Okay, we’re on the theme of coincidence again, fellow sleuths. And the fact that there need to have been an awful lot for the Maybrick journal to be a hoax. The number keeps growing, and yet still the Naysayers ignore its volume. Nay, even attempt to out shout it!

                So – for the sake of some fun - we enter a bizarre world where the Maybrick journal is finally proven to be a hoax. We are then left to tally up the serial coincidences – I’ve collated 21 chronologically but the 22nd at the end of this post deserves a much higher placing if it were on merit - which worked so cunningly in the hoaxer’s favour. From the top of my head (and other faithful sources):

                1) The spelling of Jack from Maybrick’s name
                2) Maybrick – despite being a hypochondriac whose second home was the doctor’s surgery – never being placed somewhere else at the time of any of the murders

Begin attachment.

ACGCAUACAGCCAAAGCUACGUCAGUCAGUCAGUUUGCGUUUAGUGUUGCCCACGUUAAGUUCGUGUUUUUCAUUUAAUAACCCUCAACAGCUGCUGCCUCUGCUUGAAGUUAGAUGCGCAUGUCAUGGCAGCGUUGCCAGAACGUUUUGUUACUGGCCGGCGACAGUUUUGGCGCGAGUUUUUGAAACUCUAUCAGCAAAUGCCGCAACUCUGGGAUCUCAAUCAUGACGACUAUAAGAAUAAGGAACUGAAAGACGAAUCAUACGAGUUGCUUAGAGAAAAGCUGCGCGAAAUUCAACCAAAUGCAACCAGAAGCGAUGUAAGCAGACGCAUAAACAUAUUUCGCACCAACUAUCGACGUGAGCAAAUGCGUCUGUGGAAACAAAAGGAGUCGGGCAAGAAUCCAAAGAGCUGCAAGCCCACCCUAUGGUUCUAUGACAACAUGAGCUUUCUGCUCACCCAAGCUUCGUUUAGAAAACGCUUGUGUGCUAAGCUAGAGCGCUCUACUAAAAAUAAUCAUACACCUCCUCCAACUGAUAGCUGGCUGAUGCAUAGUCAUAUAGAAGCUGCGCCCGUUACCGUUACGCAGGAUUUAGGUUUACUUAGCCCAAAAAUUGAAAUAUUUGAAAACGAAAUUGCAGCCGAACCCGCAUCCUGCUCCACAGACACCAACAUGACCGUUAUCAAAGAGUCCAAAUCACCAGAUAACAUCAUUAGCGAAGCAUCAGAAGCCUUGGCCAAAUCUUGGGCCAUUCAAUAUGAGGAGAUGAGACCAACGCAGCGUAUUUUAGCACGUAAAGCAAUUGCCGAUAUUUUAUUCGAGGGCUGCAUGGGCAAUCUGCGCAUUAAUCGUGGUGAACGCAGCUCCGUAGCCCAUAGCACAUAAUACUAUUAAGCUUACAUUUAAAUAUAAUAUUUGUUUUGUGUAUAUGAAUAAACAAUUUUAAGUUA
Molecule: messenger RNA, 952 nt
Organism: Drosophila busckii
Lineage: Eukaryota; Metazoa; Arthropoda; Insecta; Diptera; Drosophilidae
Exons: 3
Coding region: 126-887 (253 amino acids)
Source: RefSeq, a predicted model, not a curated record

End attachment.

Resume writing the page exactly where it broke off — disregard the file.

3) Maybrick’s now well-established addiction to arsenic
                4) Maybrick’s now well-established link with the east end of London (via his girlfriend/wife/lover Sarah Robertson, and possibly Mr. Witt and his ‘London business’)
                5) A Whitechapel in both Liverpool and London
                6) The ‘Who is Jim?’ newspaper article after the first canonical murder
                7) The piece of muslin left with Annie Chapman’s corpse
                8) The ‘M’ on the envelope also found with Chapman’s body
                9) V marks on Catharine Eddowes (‘left my mark’)
                10) The convenience of Juwes in the GSG appearing much like ‘James’, and – oh – as you know, ‘Thomas’, and ‘William’, and ‘Ed’ [I’ll excuse you the ‘win’ here], Michael and Florence Maybrick’s initials, and even the word ‘nothing’ written in the hand that wrote the journal [remember, the GSG we have on the record is a ‘duplicate’ of that which was washed so carelessly off the wall]
                11) The discovery of the little-known September 17 ‘Jack the Ripper’ letter in whose hand the journal was written
                12) The remarkable ‘photofit’ of Oct 6 which looked so much like Maybrick
                13) The FM on the wall of MK’s room [unclear in many versions of the infamous photograph, but very clear indeed in the works of those two arch-journal detractors Sugden and Marriott]
                14) Florence’s comment in a letter to Brierley (‘The tale he told me …’) [not so much a coincidence, I grant you, but we’ll leave it in nevertheless]